Although it uses mainly traditional vampire elements, "Lake of Dracula" has a fresh, otherwoldly quality that helps make it a compelling piece of cinema. Featuring a truly menacing vampire, it's the perfect antidote to rubbish like the "Blade" series and "Razorblade Smile" etc. Highly recommended.
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Most Helpful Customer Reviews on Amazon.com (beta)

Amazon.com: 1 review
6 of 6 people found the following review helpful
A wonderfully atmospheric Hammer-style Japanese vampire film 9 Aug. 2004
By Daniel Jolley - Published on Amazon.com
You won't find a lot of Japanese vampire films, but that doesn't mean the Japanese didn't know how to make such a movie work. The Lake of Dracula is the second of three vampire films directed by Michio Yamamoto to be released by Toho (of Godzilla fame) in the early 1970s. Lest you start wondering how Dracula could have suddenly become Japanese, let me say that this particular title was given to the film by marketers hoping to attract the attention of American audiences: its more proper titles include The Bloodthirsty Eyes and Lake of Death (it was also given the outrageous title of Japula for a very short time). Like Legacy of Dracula before it and Evil of Dracula after it, this film was made in the Hammer style, a fact which makes it all the more interesting to me.

The film opens with a little girl chasing her exceedingly adorable dog into a creepy old house, where she experiences a terrifying encounter with its occupants. We then fast forward eighteen years into the future, where the young girl, Akiko, is now a schoolteacher living with her sister along the shores of the beautiful Lake Fujimi. Akiko's childhood "nightmare" has always tormented her, to the point that she often paints scenes of a creepy, surrealistic eye brooding over dark landscapes. Still, she is happy - until a certain mystery crate is delivered to one of her neighbors. Mysterious deaths begin occurring in the area, leaving dead bodies bereft of blood and with necks punctured in the tell-tale style, and some of Akiko's friends begin acting very strangely. About this same time, a mysterious stranger also arrives in town and seems intent on getting to know Akiko. As our heroine begins encountering strange situations and finds herself attacked, she begins to fear she is crazy - even her sister begins acting very strangely. Akiko's fiance, a doctor named Saeki, sees enough evidence of his own to start believing Akiko's word about what she has seen, and the two work their way toward the only logical conclusion as to what is going on. Saeki believes the key to escaping the clutches of evil is to be found inside Akiko's head, specifically in her repressed memory as to what happened all those years ago when she was a child.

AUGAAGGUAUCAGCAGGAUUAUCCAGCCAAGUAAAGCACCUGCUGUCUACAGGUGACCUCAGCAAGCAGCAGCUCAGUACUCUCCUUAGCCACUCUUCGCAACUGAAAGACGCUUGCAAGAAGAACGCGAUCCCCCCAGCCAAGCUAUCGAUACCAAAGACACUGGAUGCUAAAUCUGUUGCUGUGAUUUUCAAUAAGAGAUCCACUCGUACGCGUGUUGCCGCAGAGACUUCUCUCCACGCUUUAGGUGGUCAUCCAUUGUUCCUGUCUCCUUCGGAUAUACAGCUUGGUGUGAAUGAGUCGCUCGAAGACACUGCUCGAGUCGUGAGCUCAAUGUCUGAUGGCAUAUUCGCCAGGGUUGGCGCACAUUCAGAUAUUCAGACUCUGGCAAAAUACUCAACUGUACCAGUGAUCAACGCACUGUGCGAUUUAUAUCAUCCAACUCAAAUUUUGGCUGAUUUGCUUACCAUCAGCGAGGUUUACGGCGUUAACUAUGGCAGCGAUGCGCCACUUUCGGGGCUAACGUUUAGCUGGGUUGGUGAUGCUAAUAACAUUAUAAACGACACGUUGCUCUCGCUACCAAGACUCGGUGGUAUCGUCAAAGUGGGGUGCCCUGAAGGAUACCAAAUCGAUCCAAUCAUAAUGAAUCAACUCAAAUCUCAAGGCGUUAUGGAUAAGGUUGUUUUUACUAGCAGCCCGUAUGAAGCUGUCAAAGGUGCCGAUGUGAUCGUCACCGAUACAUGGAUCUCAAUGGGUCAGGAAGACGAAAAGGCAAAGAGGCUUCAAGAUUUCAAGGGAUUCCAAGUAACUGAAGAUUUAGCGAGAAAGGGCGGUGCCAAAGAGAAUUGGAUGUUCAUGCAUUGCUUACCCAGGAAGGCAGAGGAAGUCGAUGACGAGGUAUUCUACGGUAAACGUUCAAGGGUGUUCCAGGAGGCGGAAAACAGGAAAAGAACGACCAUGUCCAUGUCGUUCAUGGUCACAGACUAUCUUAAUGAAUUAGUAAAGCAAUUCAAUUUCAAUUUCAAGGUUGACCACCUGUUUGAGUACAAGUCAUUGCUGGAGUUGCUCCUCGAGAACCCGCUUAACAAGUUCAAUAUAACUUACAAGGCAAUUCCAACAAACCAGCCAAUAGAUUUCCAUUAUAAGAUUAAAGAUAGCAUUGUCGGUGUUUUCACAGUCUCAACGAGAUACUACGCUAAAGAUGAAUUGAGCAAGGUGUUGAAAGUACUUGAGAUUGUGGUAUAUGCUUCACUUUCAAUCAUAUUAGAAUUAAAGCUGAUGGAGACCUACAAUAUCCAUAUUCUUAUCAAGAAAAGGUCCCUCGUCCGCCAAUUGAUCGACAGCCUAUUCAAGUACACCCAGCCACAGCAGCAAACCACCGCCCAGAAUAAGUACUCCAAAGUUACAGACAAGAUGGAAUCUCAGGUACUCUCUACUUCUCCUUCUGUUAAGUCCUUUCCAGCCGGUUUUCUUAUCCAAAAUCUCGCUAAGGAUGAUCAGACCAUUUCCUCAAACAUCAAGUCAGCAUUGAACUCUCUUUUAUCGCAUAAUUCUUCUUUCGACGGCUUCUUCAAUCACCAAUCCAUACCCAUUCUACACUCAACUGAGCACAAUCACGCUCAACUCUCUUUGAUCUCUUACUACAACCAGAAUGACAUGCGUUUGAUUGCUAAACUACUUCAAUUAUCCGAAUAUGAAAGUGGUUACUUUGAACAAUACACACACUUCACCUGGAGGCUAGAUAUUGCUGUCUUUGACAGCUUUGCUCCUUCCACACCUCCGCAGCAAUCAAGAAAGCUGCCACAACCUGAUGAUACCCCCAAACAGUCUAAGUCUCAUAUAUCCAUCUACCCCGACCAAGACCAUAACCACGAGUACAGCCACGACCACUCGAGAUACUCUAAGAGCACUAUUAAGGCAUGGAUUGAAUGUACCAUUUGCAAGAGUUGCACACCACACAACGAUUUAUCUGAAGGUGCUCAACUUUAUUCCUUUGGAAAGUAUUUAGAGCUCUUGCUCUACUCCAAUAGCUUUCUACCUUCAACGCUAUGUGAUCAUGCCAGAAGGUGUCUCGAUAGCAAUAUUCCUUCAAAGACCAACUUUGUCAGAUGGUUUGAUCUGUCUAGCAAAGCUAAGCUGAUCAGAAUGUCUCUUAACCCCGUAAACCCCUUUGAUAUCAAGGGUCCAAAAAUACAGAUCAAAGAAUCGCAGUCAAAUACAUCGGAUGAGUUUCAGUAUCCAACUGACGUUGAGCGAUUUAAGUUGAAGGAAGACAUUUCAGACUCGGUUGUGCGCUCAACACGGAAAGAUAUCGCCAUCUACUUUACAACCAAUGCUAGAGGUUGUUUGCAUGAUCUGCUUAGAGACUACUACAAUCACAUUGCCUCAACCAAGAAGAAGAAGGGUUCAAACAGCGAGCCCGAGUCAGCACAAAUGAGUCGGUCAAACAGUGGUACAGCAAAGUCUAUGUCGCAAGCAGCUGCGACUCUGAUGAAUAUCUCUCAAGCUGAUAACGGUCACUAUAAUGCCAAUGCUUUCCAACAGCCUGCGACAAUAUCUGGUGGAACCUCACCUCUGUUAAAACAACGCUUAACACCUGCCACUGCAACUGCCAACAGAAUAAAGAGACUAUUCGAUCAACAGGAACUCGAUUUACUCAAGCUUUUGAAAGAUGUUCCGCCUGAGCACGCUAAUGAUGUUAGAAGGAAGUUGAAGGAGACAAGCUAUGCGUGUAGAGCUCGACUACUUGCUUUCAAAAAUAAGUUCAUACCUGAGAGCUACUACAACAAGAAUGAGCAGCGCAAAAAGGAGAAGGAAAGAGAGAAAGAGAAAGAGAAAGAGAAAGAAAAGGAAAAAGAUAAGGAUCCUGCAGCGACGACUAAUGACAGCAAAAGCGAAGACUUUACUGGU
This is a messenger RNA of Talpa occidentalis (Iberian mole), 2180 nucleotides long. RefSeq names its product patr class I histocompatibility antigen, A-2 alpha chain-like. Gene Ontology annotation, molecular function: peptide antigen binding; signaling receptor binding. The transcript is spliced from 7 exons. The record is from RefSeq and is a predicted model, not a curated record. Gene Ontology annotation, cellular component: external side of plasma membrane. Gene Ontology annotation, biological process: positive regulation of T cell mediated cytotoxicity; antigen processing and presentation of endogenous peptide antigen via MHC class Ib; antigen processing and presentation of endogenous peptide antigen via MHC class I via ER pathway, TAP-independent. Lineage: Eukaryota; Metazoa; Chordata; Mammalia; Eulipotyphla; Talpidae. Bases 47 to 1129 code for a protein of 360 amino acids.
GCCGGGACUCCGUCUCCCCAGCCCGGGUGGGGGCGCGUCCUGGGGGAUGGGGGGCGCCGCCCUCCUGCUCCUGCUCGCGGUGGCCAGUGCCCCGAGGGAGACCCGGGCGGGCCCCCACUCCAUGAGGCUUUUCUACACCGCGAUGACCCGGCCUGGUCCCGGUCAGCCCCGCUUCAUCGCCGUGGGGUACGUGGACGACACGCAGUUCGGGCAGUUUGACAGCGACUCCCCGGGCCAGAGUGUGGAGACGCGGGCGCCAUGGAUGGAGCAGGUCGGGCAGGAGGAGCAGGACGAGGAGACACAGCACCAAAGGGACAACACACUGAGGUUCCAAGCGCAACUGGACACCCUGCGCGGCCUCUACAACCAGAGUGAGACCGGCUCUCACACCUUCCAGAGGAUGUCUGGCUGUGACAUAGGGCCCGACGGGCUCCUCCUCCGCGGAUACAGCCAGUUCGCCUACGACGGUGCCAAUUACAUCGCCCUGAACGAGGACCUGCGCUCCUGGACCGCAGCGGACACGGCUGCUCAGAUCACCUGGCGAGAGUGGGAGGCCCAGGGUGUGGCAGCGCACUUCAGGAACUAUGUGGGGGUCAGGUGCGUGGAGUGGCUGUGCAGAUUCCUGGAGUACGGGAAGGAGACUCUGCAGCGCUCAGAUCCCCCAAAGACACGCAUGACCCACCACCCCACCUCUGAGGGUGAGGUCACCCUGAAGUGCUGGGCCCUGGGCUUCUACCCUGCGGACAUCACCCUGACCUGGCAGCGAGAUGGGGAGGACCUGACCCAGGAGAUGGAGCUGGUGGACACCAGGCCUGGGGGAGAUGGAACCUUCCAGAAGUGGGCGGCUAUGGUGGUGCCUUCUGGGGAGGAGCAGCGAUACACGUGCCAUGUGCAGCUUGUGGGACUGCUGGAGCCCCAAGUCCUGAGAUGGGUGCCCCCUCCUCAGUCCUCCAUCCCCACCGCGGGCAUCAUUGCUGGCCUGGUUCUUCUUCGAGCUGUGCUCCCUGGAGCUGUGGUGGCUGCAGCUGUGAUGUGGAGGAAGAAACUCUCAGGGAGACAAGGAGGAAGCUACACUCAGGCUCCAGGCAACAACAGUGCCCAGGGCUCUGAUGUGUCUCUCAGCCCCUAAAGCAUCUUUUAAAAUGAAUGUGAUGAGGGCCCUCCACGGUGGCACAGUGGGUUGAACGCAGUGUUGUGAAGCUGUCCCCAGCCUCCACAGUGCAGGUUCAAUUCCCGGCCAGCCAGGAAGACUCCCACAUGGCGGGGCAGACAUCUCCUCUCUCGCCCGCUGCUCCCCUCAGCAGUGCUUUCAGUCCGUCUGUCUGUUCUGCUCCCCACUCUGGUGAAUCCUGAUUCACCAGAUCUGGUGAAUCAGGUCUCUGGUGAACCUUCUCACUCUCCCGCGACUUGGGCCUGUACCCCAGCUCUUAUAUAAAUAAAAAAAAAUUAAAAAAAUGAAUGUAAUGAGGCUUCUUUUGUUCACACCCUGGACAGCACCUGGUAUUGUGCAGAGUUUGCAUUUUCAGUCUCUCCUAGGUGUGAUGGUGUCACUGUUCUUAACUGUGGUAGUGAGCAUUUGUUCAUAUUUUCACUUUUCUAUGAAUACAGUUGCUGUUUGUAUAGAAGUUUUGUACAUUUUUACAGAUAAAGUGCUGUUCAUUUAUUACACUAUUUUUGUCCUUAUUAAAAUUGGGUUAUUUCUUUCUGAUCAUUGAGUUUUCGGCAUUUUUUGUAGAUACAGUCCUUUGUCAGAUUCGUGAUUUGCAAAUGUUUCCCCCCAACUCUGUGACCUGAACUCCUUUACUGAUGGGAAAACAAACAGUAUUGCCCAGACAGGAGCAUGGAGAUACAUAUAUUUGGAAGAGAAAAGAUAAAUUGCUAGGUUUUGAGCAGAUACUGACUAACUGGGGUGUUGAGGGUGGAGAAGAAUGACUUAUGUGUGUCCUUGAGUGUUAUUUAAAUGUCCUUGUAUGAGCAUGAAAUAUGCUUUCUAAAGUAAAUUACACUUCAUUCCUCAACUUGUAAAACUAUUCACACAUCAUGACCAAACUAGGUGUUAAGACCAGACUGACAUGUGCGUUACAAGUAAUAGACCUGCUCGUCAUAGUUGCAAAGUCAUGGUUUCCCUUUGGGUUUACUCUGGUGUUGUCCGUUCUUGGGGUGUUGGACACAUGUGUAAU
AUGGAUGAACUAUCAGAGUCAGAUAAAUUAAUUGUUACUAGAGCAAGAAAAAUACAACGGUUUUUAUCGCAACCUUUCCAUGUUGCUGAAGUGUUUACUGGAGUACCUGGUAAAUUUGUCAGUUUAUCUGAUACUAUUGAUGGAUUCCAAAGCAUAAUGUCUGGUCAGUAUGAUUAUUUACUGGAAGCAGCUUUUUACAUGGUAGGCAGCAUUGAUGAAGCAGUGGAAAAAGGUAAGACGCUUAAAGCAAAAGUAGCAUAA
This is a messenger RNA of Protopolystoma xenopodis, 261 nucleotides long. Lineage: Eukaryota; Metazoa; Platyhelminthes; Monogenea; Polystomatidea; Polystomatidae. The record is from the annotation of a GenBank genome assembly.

There's nothing at all graphic about the scenes of vampirism here, nor does the film boast any terror-inducing moments, but it does possess a nice edge of creepiness that ebbs and flows most effectively throughout the course of the entire film. The ending is a little weird but effective; the fact that our heroes walk into danger without the first hint of protection against vampires means a Van Helsing type sendoff of the bad guy is not in the cards. The explanation of the vampire and his whereabouts is rather interesting and definitely occupies its own little branch of the tree of vampire lore; as critics have pointed out, the vampire here is essentially a foreign invader of Japan and not a vampire born under the banner of the Rising Sun itself.

The acting is impressive all the way around. Midori Fujita is wonderful in the role of the sanity-doubting, constantly frightened heroine Akiko, Sanae Emi lends great strength and an important element of uncertainty to the film in her role as Akiko's sister Natsuko, and Shin Kishida makes for a most menacing Japanese vampire. The atmosphere of the film is quite effective, building in creepiness as the film progresses. If you like your vampire killing quick, fast, and messy, you may grow impatient with The Lake of Dracula, but those who love a more methodical, personal approach to the genre stand a very good chance of enjoying this film a great deal. There are really only three of these Hammer-inspired Japanese vampire movies; having seen Lake of Dracula and the later Evil of Dracula, I can honestly say that I believe horror buffs will be pleasantly surprised by the caliber (and creepiness) of these films.